There are, however, more serious heart conditions with similar symptoms that may require special treatment to avoid fatalities. If in doubt, or if seizures mainly occur after fright, an ECG should be performed, says Dr Stephenson.

To see Francesca playing in her paddling pool in the garden, she seems like any other healthy three-year-old (she will be four on 25 August). But Mrs Lobban's first instinct is to wrap her in cotton wool and never let her out of her sight. She and Charles, her bank manager husband, have to be constantly vigilant. 'I have to know where she is, what she is doing . . . I try to let her do what the other children are doing, but I find it so difficult.'

Certain activities, such as playing in bouncy castles or riding piggyback with Charlotte, are off limits. So are the gym classes that Charlotte attends, although Francesca does go to a small ballet class. She sometimes misses out on birthday parties. 'People don't want the responsibility; it's bad enough having somebody else's child if they just fall over and graze their knee.'

Francesca attends a nursery in the village where the family lives. She is due to start school in September, but it has been agreed that she should complete her first 'infants' year at nursery school; thereby reducing the risk of an attack in a playground with 80 to 100 children up to 11 years old. If necessary, her mother says, she will do extra work with her at home.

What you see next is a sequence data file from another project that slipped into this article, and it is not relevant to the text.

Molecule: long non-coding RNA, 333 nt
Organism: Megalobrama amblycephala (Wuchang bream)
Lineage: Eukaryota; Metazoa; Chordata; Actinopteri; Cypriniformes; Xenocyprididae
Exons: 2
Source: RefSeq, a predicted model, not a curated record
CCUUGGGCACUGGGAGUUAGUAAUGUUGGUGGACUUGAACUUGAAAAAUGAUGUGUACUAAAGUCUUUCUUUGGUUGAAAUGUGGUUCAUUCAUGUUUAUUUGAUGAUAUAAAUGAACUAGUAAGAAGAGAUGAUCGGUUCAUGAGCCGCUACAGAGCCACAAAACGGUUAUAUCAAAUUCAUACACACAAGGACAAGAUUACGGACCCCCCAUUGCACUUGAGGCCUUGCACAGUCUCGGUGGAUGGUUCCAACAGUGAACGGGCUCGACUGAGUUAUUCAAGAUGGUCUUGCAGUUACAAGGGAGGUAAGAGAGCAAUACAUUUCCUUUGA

Doctors have advised Mrs Lobban that in the event of an attack, Francesca should be put in the 'recovery' position, on her side, and watched to check that she isn't choking. 'I promise her sweets - anything that comes into my mind, because I've heard about playing music to people in comas and I can't sit there in silence. It's awful, you've got this lifeless rag doll in your arms and there's nothing you can do - except wait.

'At one point I thought she was dead because of her colour. It's the look, the colour that upsets me most.'

In Francesca's case the attacks - which come at unpredictable intervals, sometimes in batches - are followed by two or three weeks of 'night terrors'. 'She'll be sound asleep and suddenly start screaming. Her eyes are open but not focusing. I take her into another room, I sing, even shout at her, put her down, pick her up - nothing stops her screaming. After about 20 minutes, she sighs, sobs and goes straight back to sleep. The next day she doesn't remember a thing.'

Mrs Lobban has written to every paediatric neurologist in the UK, alerting them to RAS and informing them about the support group. She has also mailed questionnaires to other parents whose children suffer from RAS. She and her parents, who live in Bristol, have leafleted GPs.

She is now registering her support group as a charity and planning her first newsletter. She hopes to obtain sponsorship from companies for research and plans to set up local groups. 'I work every night until about midnight, which I'm more than happy to do.

'It may be years before we understand why it happens. But at least if I bring about public awareness I feel as if I'm doing something for Francesca. I couldn't sit back and do nothing.'

For information about the Reflex Anoxic Seizure Support Group send an SAE to Trudie Lobban, Tylwych House, Oxford Road, Newbold on Stour, Warwickshire CV37 8TR. Tel: 0789 450564.